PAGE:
The combination of L-methylfolate, methylcobalamin and pyridoxal 5′-phosphate provides patients with the benefits of increased nitric oxide production and increased flow mediated dilation, according to lead study author Mackie Walker, Jr., DPM. He says the supplement improves endothelial function, addressing the postulated underlying pathophysiology of diabetic peripheral neuropathy.
When one considers the true cost of the symptomatic treatment medication regimes, such as pregabalin (Lyrica, Pfizer) and duloxetine (Cymbalta, Eli Lilly), Dr. Walker says Metanx is very affordable.
“Since diabetic peripheral neuropathy is the leading cause of amputation, the opportunity to reverse or even slow down the progression of this process is of tremendous benefit to the cost burden of diabetic peripheral neuropathy to the healthcare system overall,” says Dr. Walker, who practices in the Podiatry Division at Carolina Musculoskeletal Institute in Aiken, S.C.
Dr. Walker says patients tolerate Metanx as well as placebo. “Of the literally thousands of prescriptions I have written for Metanx, I can count on one hand the number of patients who could not tolerate it,” he adds.
Are Hammertoe Implants More Effective Than Arthroplasty Or Arthrodesis?
By Brian McCurdy, Senior Editor
Foot and ankle surgeons have various options at their disposal to correct hammertoe deformities. An abstract presented at the recent ACFAS conference compares interpositional implant arthroplasty, arthroplasty and arthrodesis for treatment of second hammertoe deformities. The authors note it is the first study to compare all three techniques.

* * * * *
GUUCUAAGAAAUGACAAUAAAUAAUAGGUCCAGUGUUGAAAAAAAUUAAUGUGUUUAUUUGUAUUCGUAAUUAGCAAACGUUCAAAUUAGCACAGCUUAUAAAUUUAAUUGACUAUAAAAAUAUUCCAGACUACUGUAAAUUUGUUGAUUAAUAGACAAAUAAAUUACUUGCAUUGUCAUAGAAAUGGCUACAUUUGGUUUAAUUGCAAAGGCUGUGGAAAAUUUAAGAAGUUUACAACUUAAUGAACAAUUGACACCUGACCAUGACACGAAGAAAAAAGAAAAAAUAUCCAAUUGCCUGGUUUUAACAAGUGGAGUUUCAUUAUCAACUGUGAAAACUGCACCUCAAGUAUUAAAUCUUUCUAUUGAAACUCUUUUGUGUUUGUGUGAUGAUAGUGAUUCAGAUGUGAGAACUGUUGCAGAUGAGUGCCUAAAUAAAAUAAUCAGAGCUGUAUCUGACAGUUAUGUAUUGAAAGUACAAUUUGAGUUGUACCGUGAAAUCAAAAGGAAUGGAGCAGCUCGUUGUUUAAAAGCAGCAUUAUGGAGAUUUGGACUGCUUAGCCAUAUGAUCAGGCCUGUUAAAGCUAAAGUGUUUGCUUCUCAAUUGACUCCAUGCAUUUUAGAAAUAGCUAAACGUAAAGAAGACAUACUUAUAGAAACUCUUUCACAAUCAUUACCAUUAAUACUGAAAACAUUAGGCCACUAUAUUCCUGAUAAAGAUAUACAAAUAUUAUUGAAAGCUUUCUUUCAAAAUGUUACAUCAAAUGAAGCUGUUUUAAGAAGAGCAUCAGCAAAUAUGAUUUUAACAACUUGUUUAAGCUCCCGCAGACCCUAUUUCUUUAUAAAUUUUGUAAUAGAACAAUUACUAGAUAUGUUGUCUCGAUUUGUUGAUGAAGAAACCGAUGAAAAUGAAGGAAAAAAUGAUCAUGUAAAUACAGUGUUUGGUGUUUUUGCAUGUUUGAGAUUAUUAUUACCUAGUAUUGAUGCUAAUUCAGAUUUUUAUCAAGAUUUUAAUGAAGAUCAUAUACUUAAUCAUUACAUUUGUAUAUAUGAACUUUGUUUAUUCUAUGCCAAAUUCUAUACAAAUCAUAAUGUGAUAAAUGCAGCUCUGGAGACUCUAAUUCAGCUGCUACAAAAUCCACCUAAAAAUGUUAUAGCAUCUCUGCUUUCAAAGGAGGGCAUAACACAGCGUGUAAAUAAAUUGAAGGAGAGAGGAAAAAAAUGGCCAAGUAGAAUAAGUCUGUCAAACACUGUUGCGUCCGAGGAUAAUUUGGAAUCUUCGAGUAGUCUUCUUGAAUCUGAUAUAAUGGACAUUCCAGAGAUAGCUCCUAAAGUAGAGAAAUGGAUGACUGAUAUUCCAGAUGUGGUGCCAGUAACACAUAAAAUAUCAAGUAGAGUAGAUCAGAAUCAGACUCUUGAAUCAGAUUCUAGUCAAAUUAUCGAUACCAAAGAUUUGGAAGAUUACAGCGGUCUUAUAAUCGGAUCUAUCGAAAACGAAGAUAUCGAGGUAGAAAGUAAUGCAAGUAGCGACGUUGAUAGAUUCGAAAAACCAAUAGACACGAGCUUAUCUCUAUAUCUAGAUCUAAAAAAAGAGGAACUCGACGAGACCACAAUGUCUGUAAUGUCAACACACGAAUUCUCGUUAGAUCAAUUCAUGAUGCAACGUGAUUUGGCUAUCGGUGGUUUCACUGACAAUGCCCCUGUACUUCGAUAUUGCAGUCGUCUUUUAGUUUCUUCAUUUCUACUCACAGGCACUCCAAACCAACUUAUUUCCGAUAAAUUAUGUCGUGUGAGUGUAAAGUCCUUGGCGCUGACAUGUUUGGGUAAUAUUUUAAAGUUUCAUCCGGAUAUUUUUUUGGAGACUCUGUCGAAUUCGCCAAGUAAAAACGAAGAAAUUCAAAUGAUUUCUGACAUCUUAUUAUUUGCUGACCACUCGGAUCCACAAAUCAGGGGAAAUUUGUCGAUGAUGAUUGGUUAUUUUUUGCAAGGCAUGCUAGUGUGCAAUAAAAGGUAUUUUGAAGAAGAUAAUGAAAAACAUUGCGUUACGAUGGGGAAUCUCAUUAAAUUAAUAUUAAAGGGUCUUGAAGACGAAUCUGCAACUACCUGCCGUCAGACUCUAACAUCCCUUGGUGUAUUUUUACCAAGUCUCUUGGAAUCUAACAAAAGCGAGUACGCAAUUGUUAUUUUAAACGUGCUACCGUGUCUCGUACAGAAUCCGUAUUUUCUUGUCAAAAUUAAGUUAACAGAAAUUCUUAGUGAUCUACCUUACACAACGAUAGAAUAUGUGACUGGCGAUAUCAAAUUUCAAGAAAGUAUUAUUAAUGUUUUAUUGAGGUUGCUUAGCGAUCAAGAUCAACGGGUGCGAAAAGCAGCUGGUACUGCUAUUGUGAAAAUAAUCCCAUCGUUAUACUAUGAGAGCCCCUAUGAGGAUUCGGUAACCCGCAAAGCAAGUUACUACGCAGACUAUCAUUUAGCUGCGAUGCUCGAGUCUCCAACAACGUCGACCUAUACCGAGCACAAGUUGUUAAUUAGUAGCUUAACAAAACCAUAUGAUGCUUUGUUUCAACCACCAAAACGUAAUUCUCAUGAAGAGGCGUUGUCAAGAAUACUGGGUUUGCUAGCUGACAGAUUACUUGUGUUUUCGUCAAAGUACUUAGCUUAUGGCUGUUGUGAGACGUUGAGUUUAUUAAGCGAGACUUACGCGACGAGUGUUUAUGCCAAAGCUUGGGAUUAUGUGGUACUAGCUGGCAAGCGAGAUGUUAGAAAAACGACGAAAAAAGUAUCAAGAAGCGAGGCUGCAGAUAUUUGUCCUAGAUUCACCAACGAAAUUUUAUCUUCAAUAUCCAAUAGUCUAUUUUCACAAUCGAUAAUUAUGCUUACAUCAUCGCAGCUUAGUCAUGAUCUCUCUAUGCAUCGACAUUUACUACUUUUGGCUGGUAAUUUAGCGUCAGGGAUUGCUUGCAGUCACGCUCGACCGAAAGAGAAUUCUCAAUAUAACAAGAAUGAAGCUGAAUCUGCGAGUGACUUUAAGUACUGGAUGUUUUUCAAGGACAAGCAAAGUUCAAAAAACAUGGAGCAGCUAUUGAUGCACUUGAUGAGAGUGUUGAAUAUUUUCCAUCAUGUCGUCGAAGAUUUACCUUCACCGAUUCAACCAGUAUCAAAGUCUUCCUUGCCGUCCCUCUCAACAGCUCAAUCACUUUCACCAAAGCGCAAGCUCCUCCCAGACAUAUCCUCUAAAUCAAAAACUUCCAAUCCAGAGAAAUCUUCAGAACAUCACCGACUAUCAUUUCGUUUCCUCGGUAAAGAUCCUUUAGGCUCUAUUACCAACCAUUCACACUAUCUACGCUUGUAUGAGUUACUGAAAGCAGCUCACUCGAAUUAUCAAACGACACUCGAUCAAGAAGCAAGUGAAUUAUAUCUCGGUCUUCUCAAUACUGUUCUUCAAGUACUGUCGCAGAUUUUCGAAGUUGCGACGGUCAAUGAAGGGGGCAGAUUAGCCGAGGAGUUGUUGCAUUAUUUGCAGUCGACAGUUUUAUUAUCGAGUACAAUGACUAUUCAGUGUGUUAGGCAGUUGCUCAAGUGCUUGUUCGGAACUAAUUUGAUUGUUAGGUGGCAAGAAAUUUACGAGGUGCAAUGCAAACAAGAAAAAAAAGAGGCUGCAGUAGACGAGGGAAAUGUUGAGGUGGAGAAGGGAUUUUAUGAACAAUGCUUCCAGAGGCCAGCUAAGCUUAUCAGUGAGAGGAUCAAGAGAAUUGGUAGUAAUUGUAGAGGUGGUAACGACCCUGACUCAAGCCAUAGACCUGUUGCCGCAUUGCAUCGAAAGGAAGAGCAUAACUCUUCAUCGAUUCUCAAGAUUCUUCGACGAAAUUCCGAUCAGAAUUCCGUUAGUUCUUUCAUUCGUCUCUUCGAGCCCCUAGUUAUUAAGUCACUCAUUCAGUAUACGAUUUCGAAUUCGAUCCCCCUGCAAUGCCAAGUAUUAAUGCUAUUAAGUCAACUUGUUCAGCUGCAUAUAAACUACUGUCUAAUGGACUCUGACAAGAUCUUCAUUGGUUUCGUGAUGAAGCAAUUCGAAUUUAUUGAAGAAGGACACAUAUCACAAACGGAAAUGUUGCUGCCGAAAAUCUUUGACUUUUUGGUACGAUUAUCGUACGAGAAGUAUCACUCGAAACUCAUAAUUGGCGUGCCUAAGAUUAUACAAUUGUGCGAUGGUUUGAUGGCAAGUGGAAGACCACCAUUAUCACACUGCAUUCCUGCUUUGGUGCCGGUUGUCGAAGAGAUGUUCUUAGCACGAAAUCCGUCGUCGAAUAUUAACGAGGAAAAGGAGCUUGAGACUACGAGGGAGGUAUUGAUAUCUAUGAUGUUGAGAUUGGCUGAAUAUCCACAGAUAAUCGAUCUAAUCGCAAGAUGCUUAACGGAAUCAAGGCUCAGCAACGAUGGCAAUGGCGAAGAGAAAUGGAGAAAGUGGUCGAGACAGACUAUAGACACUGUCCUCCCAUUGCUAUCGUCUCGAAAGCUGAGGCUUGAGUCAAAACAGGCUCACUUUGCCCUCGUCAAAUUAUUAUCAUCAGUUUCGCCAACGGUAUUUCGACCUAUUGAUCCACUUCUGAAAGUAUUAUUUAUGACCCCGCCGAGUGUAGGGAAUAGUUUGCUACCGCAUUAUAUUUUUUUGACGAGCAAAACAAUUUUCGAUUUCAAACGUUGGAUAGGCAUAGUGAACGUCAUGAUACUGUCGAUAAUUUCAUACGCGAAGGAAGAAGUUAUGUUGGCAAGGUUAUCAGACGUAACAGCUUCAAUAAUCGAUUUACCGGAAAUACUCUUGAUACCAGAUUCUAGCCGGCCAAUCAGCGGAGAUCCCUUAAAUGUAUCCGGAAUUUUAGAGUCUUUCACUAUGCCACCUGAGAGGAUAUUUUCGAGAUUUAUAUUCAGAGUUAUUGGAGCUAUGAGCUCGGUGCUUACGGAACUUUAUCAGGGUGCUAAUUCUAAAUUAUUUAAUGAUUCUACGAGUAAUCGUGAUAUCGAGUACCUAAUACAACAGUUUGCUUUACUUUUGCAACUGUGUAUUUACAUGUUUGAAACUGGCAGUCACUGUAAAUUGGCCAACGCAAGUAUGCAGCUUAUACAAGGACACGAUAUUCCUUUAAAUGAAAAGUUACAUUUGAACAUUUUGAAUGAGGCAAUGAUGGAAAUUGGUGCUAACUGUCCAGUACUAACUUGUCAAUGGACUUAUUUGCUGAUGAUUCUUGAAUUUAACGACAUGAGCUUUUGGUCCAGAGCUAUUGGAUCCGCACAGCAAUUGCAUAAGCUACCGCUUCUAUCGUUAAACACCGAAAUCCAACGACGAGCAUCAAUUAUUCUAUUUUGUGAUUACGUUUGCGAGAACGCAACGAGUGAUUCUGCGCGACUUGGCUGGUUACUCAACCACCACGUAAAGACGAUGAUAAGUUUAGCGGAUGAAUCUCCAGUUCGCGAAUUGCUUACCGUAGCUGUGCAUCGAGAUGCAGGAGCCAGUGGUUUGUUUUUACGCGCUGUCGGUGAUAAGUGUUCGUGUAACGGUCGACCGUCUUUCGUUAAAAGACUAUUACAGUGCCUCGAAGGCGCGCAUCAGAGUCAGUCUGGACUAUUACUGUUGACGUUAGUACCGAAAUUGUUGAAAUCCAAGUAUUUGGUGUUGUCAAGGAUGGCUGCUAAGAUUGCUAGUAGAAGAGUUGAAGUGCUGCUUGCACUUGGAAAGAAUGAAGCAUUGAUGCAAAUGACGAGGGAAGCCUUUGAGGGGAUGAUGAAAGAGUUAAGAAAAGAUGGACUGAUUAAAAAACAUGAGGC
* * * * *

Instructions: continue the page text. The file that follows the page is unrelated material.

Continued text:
Researchers compared preoperative and postoperative second PIP joint angles in patients who underwent second proximal interphalangeal (PIP) joint correction from January 1998 to December 2008. The patients included 39 patients (45 cases) who underwent arthroplasty, 34 patients (43 cases) who underwent arthrodesis and 41 patients (48 cases) who received interpositional implant arthroplasty.
In the arthroplasty group, authors note the average anteroposterior (AP) PIP joint angle was 8.2 degrees preoperatively and 11.4 degrees postoperatively while the lateral pre-op PIP joint angle was 46.9 degrees in comparison to 31.5 degrees postoperatively. The abstract notes the revision surgery rate was 37.8 percent.
The study notes the average PIP joint angle for the arthrodesis patients measured 7.2 degrees on pre-op AP radiographs in comparison to 5.4 degrees postoperatively. Authors note the average PIP joint angle on lateral radiographs for this group was 46.4 degrees preoperatively in comparison to 24.7 degrees post-op. There was a revision surgery rate of 14.6 percent in this group.
Finally, in the implant group, the AP radiographs of the PIP joint angle showed an average of 7.8 degrees preoperatively and 1.3 degrees postoperatively. The lateral radiographs of the PIP joint angle were 49.1 degrees pre-op in comparison to 24.2 degrees post-op, note the researchers. The authors say 10.4 percent of patients in this group had revisional surgery.
The authors conclude that while arthroplasty, arthrodesis and implants can significantly improve pain and correct hammertoe in the sagittal plane, only the implant group showed significant correction of the deformity in the axial plane.
“Hammertoe implants offer the best of both worlds,” notes lead study author Lowell Weil Jr., DPM, MBA, FACFAS. He says the implants provide stability to the toe like an arthrodesis would yet implants also offer some flexibility like an arthroplasty. “We call it an ‘arthroflexodesis.’”
Dr. Weil has found less swelling postoperatively with implants compared to arthroplasty, attributing that to the stability of the procedure. He notes an implant also maintains a better length of the toe in comparison to arthrodesis or arthroplasty.
Patients tolerate implants well, according to Dr. Weil, the Fellowship Director of Weil Foot and Ankle Institute in Des Plaines, Ill. “Unlike implants of larger joints, there is far less stress in the toes and less chance of implant irritation or wear,” notes Dr. Weil.